All in all it wasn't necessarily a bad experience ~ it's just that nothing really came of it. You might think, "Well, you're a pastor now; surely they're related?" To which I reply that I believe my vocation as pastor was nurtured much less in a football field altar call than it was by participating weekly in hearing the Word and sharing the Meal in the company of faithful Christian community. A place where people knew me and cared about me; where people watched me grow and mature in faith; where I felt safe and loved and embraced by the Body of Christ.

Sure, revivals have their place, and altar calls can be important for some people. But the real work of faith happens in communities where we find support and encouragement, critique and admonishment, comfort and love that is consistent and reliable, and that doesn't pack up & leave the next day.

I wonder where that college student is now, and if she ever thought of me again.

Tuesday, July 27, 2010


I've just received another e-mail from one of the political parties asking for money. Apparently I signed up for e-alerts some time ago, and periodically I receive notices letting me know what's happening in the party. I signed up to receive these e-notices because I was (and am) interested in what's happening in political leadership in my nation, in my state, and in my local municipality. I'm not sure, though, that I really want to know any more.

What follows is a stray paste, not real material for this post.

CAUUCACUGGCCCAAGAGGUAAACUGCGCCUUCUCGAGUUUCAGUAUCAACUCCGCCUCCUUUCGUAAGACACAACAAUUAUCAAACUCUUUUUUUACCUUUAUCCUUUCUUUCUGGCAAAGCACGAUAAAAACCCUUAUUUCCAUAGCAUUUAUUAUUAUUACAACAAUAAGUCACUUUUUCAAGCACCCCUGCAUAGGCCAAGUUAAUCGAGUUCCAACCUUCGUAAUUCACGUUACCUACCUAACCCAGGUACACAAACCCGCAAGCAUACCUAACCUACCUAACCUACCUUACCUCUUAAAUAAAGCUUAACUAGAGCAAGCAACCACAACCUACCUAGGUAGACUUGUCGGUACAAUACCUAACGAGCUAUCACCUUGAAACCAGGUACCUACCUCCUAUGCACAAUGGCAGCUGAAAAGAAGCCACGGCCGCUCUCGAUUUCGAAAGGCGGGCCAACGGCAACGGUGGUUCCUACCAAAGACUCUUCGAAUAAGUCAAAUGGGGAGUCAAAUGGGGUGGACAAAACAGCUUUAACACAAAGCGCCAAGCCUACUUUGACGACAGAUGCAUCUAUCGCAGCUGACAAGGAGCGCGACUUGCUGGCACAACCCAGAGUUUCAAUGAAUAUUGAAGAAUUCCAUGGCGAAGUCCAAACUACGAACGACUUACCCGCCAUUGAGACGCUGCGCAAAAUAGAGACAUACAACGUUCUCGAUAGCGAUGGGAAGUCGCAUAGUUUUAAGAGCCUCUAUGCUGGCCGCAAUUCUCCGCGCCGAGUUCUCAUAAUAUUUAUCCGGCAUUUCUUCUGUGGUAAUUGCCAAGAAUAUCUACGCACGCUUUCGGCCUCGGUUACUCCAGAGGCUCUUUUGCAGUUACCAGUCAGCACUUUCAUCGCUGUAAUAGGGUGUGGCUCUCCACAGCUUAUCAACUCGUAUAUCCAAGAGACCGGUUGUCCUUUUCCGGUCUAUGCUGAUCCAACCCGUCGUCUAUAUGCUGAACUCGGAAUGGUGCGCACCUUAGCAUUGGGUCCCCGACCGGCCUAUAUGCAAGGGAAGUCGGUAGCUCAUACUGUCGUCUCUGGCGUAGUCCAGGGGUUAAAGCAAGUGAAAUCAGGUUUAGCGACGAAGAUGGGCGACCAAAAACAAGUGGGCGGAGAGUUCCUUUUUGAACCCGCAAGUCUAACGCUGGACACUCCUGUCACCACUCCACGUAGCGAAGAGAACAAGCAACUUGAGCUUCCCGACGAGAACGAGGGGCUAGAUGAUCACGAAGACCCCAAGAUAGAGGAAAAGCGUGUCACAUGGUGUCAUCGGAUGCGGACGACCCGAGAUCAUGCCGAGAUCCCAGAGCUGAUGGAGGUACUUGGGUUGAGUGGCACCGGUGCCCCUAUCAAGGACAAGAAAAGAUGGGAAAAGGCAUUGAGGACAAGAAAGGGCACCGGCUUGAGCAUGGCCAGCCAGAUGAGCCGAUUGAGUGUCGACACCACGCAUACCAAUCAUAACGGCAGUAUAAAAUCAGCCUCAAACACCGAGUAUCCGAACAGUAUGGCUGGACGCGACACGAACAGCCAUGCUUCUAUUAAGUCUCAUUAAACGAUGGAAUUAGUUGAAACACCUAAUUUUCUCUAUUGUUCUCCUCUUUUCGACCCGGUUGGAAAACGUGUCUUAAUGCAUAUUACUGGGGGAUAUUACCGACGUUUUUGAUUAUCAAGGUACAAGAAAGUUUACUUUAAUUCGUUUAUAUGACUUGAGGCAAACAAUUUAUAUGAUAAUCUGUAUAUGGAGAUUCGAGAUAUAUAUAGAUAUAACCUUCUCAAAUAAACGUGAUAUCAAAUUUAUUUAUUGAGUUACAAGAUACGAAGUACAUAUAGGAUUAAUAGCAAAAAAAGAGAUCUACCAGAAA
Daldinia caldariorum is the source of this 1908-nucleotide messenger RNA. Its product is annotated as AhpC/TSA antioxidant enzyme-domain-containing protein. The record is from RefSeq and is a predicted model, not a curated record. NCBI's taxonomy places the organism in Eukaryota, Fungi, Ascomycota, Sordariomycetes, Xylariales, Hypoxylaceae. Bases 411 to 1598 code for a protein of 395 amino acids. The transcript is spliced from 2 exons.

Before I articulate my misgivings, let me make something clear. I am not, and have never been, a member of a political party. For my entire voting life, I've always made a point of deciding how to vote based on what the issues are and how the people who are running address those issues. Having said that, I must also confess that I lean politically more toward one direction than toward the other, and on some issues I lean pretty far. In fact, once I had a conversation with a friend who leans pretty far to the other direction. It was fun to discover that, for completely different reasons, we came to the same conclusions ~ we didn't meet in the middle; it seems like we met around the back side. But I digress.

Because I lean more toward one direction than the other, and because I was particularly interested in what one candidate for office was saying a few years ago, I signed up for the e-mail messages. I always expected that I would be asked for financial contributions, and that's fine ... I can ignore those pretty easily. But what I've seen in recent e-alerts has disturbed me. Maybe they've always been like this, and I haven't paid enough attention, but it still bothers me.

This is how recent e-mails have seemed to read: Our party is good; the other party is bad; we have good ideas; the other party doesn't have any ideas besides keeping our party from doing good things; the other party has lots of money; if you want the good party to keep the bad party from making your life terrible, give the good party some money.